Bushkill, Pa. — IT was midmorning, and the sun was over my shoulder. A breeze rustled the dead leaves still clinging to the oaks, just enough to cover the sound as I fox-footed my way through the undergrowth.
A few dozen yards ahead of me, the doe stopped midstride. Her muscles tightened, and she raised her head and scanned the forest. For an instant, I thought she had spotted me. She hadn’t. She moved on, a couple more yards.
We had been doing this for more than an hour, and now, one way or the other, it was about to come to an end. I pulled the hammer back on my 50-caliber flintlock, and circled above her until I found a place where I had a clear, open shot. I knelt down and drew a bead on her. I took a deep breath, and let it out slowly.
It had been, from a hunting perspective, a terrible season for me up to that point. Three times in the previous week, I had deer clearly in my sights and three times I had fired and missed. That was twice more than in any previous season since I had started hunting, and I had tried to figure out why. Maybe my luck was giving out at last, I thought. Or maybe, now that I’m closing in on 60, my eyesight was. Maybe it was the gun, a primitive weapon that lacks the technological capacity to compensate for my shortcomings.
Deep down I knew that none of those things could explain my dismal season.
And so, in an effort to clear my head, I’d sit down at my computer and scan the news. But that would knot my stomach more. Mass shootings, in Paris, Colorado and Southern California, shootings fueled by hate and fear, and boundless arrogance.
Sitting there, I’d feel my own bile rising at our cowardly refusal to consider any kind of steps that might limit access to rapid-fire weapons of mass overcompensation, to terrorists foreign and domestic. And I’d grieve over the peculiarly American tendency to argue that we need that firepower to protect ourselves against the imagined predation of some overweening government while we ignore the danger that is mowing us down right this minute in our streets, our churches and our clinics.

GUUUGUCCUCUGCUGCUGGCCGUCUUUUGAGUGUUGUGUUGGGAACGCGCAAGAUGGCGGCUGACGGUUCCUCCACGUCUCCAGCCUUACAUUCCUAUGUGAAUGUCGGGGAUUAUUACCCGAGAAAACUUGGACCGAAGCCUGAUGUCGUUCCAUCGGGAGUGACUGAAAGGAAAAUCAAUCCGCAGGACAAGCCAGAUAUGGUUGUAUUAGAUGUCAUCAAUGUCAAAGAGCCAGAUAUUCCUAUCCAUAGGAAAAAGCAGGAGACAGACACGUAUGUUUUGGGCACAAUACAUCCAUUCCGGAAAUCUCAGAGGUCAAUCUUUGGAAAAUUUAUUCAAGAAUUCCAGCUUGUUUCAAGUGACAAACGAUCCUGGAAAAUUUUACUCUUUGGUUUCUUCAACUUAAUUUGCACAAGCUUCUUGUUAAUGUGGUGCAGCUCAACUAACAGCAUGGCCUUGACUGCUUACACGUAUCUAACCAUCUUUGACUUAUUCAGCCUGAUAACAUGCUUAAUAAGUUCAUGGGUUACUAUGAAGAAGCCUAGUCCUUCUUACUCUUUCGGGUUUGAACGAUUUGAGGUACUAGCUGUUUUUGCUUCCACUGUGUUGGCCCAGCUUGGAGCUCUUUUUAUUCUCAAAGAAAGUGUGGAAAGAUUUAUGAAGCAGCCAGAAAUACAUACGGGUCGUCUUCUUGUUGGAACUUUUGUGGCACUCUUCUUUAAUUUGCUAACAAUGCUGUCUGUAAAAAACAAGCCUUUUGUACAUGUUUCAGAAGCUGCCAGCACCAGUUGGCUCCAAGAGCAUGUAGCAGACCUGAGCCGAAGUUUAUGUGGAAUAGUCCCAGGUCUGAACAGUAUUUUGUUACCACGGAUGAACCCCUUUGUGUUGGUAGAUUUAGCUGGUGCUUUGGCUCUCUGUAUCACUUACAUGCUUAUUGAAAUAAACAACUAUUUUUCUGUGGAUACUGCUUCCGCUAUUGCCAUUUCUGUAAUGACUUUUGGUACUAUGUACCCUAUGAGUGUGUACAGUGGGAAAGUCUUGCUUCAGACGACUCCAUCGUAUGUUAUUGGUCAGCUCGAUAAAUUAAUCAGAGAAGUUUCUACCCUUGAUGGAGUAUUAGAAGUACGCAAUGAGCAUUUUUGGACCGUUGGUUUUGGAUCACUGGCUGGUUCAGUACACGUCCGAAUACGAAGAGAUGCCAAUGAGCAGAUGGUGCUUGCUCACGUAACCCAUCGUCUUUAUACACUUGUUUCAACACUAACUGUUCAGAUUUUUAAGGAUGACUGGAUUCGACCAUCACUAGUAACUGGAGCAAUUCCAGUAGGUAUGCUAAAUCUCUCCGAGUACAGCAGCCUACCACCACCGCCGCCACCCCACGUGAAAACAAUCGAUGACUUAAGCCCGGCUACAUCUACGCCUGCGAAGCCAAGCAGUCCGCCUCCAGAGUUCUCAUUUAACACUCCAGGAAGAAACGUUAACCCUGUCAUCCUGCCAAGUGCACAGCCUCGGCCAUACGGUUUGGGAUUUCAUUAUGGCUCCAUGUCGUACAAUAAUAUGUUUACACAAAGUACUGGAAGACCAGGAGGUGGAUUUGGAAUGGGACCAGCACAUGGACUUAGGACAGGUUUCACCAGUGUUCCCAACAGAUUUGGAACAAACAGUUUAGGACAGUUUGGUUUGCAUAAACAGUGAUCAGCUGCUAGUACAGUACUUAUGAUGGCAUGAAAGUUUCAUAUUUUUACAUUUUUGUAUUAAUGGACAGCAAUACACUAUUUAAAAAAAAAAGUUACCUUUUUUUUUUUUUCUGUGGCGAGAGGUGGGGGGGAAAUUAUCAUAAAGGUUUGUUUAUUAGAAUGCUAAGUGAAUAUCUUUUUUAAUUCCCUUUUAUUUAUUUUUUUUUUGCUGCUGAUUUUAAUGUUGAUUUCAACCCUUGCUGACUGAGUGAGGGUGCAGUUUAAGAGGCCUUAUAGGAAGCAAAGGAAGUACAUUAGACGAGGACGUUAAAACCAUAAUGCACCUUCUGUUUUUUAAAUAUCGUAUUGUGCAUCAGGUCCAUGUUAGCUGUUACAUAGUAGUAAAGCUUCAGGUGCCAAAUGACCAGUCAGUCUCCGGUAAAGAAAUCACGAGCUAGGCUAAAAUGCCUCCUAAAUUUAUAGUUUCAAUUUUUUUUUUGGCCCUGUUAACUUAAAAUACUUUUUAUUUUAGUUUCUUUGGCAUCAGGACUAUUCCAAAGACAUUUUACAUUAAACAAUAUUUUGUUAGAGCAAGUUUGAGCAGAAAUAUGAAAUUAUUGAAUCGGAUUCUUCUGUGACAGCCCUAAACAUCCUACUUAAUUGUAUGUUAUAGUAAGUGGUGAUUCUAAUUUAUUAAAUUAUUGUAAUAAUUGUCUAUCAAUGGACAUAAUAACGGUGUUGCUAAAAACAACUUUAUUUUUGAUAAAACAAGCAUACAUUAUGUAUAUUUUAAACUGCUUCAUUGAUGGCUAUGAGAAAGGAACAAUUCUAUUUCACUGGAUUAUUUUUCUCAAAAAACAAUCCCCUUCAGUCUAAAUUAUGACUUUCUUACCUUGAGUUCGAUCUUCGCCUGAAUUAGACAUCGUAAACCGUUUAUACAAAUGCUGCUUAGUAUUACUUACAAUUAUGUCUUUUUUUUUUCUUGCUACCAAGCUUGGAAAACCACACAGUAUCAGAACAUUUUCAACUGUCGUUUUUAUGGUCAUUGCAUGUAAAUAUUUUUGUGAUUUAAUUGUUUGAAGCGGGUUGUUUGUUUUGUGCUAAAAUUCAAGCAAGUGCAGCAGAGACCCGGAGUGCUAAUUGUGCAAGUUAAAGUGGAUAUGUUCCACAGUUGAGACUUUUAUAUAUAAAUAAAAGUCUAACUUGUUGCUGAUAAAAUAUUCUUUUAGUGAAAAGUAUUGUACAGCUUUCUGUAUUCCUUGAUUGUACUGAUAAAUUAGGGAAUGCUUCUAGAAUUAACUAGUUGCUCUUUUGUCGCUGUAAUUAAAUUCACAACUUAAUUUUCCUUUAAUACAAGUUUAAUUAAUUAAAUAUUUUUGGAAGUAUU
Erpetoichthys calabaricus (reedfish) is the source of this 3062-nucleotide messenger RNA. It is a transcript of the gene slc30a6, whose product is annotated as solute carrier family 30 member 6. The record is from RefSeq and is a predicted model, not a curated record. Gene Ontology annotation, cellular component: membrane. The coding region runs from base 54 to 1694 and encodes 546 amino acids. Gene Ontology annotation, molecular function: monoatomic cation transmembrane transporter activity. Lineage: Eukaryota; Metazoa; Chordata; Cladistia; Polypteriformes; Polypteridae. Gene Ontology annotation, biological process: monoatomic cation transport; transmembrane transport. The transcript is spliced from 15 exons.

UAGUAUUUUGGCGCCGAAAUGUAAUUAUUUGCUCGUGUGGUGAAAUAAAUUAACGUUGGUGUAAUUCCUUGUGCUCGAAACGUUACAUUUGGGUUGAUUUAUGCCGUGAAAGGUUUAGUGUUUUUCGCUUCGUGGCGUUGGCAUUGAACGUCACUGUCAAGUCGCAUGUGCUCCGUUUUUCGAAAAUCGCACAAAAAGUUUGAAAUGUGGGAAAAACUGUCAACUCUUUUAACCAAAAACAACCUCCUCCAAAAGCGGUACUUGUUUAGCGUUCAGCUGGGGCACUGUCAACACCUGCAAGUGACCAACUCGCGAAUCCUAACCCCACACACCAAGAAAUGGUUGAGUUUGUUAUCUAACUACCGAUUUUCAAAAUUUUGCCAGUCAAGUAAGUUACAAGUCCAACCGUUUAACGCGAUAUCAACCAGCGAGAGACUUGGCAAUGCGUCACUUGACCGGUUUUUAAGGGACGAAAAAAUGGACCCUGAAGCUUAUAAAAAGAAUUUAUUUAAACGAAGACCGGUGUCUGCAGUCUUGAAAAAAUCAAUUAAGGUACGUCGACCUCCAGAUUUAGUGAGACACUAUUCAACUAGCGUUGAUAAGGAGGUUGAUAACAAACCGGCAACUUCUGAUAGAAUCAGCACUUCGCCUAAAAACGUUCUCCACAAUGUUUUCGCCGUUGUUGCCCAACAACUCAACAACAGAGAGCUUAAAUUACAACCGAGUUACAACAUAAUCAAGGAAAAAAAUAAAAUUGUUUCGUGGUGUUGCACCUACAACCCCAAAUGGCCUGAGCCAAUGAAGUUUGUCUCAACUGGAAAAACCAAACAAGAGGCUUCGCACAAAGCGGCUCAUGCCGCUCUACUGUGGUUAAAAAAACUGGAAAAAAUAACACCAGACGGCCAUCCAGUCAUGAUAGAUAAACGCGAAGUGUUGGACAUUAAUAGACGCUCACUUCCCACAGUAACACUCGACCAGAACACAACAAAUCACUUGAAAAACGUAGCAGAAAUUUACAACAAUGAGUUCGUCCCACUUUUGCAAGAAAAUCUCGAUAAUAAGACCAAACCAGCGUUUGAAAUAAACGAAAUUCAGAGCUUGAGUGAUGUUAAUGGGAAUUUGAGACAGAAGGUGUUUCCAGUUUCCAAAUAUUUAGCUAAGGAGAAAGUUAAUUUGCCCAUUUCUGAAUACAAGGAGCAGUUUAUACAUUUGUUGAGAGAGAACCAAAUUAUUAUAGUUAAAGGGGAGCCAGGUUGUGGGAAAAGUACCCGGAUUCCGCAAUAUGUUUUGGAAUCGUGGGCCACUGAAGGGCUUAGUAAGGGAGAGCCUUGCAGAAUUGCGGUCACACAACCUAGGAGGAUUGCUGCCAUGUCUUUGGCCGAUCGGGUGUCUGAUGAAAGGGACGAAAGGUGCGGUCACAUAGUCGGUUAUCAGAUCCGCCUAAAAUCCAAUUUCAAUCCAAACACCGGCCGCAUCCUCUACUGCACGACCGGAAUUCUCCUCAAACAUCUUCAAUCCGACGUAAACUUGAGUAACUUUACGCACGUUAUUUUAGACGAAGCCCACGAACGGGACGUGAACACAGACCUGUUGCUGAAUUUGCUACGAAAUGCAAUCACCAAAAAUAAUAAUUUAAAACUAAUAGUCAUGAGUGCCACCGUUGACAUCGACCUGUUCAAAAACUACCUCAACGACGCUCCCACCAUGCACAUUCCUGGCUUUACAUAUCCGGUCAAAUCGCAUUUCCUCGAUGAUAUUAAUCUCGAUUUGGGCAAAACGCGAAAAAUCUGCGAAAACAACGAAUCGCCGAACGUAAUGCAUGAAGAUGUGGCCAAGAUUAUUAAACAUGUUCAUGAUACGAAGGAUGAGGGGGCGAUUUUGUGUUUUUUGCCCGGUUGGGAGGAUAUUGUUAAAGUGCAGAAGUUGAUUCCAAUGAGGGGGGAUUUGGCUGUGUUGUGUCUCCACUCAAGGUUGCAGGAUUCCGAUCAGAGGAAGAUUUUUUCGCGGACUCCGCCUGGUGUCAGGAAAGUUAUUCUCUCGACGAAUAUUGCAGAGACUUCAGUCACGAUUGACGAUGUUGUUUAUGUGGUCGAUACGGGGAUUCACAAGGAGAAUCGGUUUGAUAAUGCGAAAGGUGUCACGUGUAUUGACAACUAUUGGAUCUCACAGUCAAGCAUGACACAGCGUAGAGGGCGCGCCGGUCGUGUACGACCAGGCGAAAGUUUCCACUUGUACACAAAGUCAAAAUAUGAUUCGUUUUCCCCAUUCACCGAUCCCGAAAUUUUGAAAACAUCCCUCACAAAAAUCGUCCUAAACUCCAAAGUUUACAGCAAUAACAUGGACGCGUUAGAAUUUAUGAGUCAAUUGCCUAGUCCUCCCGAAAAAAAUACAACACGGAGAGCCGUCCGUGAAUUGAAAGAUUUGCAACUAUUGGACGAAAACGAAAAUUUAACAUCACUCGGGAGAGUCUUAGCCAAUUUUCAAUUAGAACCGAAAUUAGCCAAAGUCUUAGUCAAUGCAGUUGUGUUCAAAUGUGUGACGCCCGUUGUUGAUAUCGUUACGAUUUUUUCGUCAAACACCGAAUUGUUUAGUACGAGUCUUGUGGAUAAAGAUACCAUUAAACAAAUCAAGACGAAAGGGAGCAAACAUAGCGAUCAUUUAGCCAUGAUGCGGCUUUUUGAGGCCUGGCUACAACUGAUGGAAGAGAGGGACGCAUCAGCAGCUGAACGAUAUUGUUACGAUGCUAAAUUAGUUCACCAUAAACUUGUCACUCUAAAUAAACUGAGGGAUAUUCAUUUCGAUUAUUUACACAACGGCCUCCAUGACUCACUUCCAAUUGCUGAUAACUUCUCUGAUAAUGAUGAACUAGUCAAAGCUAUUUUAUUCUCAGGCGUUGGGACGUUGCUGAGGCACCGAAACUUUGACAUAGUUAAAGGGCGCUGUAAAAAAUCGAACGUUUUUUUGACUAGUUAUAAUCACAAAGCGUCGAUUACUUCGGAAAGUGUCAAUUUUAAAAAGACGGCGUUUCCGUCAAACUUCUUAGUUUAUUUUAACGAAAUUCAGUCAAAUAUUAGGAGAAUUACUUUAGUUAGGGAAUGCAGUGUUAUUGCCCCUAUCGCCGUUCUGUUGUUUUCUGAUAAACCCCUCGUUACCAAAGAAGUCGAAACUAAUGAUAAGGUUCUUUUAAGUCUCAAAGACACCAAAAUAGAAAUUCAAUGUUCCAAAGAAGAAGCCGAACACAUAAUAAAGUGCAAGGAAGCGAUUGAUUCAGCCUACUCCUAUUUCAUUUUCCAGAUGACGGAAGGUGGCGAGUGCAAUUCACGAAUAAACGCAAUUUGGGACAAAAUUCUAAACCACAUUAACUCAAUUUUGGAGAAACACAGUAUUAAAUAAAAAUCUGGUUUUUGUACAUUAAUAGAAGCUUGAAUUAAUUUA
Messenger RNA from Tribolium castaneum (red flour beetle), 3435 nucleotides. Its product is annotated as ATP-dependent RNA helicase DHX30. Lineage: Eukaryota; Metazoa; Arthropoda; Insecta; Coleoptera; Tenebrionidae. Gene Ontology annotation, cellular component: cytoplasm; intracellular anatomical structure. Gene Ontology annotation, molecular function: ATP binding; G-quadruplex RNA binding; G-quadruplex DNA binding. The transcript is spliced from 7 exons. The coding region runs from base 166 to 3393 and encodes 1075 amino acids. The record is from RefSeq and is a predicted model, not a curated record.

And so to escape my rage, or at least suppress it, I’d grab my rifle and head back into the woods.
At last, after more than an hour, there we were, the doe and I. She was no more than 30 feet away. It would be a clean shot. An easy kill. My luck, at least, would change.
And then I eased the hammer down. I rested the flintlock against a tree, clapped my hands and sent the doe scurrying off into the woods.
I could have made that shot blindfolded. I knew the gun was true. But I was not.
It would be convenient to chalk up my decision not to shoot that doe as an act of mercy, or, if you’re so inclined, as a moment of weakness. It would be easy to imagine that in the wake of all the blood that has been spilled and in the din over what exactly gun rights are meant to be, that I lost my taste for the tang of gunpowder. I’ll confess that there were a few moments when I did consider hanging up my gun for good. But doing so would be a capitulation to those Second Amendment extremists in the upper echelons of the National Rifle Association and in Congress who have no clue what the real purpose of a gun is. I would be letting them define me and my weapon.
The simple fact was that I was too poisoned by bitterness to use my weapon honorably.
The anger and fear had robbed me of the one thing that every hunter who understands the awful responsibility that comes with taking a life desperately needs, the one thing that anyone who ever picks up a gun needs. Clarity of purpose.
Though we haven’t necessarily always interpreted it this way, Americans believe the Second Amendment guarantees our individual right to bear arms. That’s fine. I’ll bear mine. But I also retain the right not to pull the trigger unless I can do it with a clean conscience. I will, I’m certain, load my flintlock and go back into the woods. Maybe next time, I’ll take the doe. Maybe I won’t. But if I do, it will be because I found a way to understand my anger and my fear. In the meantime, I’ll be hunting for that understanding.
The New York Times
Dec. 20, 2015